Chances are you know the perils of having too many choices, but it turns out providing both customers and staff with multiple options can actually make them less productive and less likely to buy.
Combing through the research archives can be a great jumping-off point for revamping your processes, and this 2013 piece of research out of Stanford University suggests you might be better off giving people less freedom, rather than more.
As part of a series of experiments on driving action and human behaviour, researcher Szu-Chi Huang trialed customer’s approaches to different styles of loyalty cards, explains Stanford Business. Among the variables included how many different methods a customer could use to move towards getting a free drink.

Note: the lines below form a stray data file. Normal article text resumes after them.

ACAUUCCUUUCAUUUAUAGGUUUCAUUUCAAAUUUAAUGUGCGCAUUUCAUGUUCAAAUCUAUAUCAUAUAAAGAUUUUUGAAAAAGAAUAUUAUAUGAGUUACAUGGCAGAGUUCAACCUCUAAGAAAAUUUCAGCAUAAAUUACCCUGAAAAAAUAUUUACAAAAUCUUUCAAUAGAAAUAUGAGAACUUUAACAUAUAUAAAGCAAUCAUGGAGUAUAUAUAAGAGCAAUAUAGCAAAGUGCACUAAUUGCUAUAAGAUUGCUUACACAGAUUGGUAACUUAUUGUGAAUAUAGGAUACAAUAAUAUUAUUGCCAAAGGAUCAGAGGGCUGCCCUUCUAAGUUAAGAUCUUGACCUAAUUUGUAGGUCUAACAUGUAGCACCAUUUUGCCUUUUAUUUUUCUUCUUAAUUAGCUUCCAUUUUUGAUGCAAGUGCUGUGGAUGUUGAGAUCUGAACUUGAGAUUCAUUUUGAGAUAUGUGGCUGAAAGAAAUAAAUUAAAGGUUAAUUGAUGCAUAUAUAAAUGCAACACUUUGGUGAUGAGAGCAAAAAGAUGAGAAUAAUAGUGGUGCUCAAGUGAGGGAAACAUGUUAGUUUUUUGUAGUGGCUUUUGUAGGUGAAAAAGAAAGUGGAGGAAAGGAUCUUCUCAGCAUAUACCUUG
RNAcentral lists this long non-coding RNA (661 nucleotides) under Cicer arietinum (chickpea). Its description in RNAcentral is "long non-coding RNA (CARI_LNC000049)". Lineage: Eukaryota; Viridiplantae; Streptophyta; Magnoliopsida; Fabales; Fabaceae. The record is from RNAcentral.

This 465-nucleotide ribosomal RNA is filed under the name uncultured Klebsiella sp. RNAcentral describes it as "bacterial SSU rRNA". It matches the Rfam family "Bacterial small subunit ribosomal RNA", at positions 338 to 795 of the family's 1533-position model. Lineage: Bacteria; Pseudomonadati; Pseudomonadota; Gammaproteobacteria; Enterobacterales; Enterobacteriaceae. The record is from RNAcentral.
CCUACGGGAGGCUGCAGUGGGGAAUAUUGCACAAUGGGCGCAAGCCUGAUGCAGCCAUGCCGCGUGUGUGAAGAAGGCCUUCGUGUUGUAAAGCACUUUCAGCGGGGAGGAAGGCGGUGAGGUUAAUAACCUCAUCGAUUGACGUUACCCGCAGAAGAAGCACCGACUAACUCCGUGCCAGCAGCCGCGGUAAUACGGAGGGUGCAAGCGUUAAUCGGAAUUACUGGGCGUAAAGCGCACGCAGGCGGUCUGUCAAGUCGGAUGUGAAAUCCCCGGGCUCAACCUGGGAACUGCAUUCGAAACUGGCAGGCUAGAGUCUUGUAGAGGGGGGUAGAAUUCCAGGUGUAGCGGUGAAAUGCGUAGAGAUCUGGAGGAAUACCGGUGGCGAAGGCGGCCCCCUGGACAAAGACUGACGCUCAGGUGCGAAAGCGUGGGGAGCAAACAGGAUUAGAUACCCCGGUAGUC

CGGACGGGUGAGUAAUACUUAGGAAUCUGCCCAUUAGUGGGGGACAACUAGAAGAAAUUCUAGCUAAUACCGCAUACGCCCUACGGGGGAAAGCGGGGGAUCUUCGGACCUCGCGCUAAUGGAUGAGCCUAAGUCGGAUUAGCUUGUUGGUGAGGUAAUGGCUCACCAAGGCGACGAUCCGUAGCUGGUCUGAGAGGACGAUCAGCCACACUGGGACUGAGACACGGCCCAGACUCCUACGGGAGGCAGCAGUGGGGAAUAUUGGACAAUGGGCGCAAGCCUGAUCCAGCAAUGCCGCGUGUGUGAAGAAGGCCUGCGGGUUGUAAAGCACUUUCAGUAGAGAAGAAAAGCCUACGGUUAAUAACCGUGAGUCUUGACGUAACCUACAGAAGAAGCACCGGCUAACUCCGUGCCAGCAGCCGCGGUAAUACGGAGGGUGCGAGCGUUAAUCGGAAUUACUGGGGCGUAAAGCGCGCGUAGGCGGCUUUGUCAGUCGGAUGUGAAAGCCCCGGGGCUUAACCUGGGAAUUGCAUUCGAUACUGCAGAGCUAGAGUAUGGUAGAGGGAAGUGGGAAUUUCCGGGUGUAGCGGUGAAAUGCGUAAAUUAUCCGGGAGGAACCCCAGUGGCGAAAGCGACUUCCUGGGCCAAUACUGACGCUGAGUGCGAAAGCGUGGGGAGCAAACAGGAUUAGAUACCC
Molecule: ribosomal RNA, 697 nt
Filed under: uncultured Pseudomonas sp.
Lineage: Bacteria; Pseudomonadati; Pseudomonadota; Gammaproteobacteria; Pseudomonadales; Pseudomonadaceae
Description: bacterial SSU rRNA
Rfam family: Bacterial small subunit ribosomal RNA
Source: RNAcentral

The findings suggested that for those already with some progress under their belts, like a few stamps already accumulated on a coffee card, if they had only one option for moving towards a freebie they would be much more likely to complete the cards than those with several options, like different beverage options they could purchase to get a free item.
The suite of research in this area suggests that the more options in front of you, the more chances a call to action will be disrupted by overwhelming choice.
This has big potential implications for driving customer engagement, Stanford Business suggests, because while organisations tend to consider offering clients a lot of choice as an automatic value-add, this can actually put the breaks on a decision being made at all.
This is particularly true if a customer has already hit milestones or achievements along the way.
“Companies running loyalty programs give members sitting on thousands of points many ways to keep earning more. The risk is not that they will never turn in their points, but that they will stop purchasing from the company altogether because their motivation to earn more points in the program is weakened,” Stanford Business reports.
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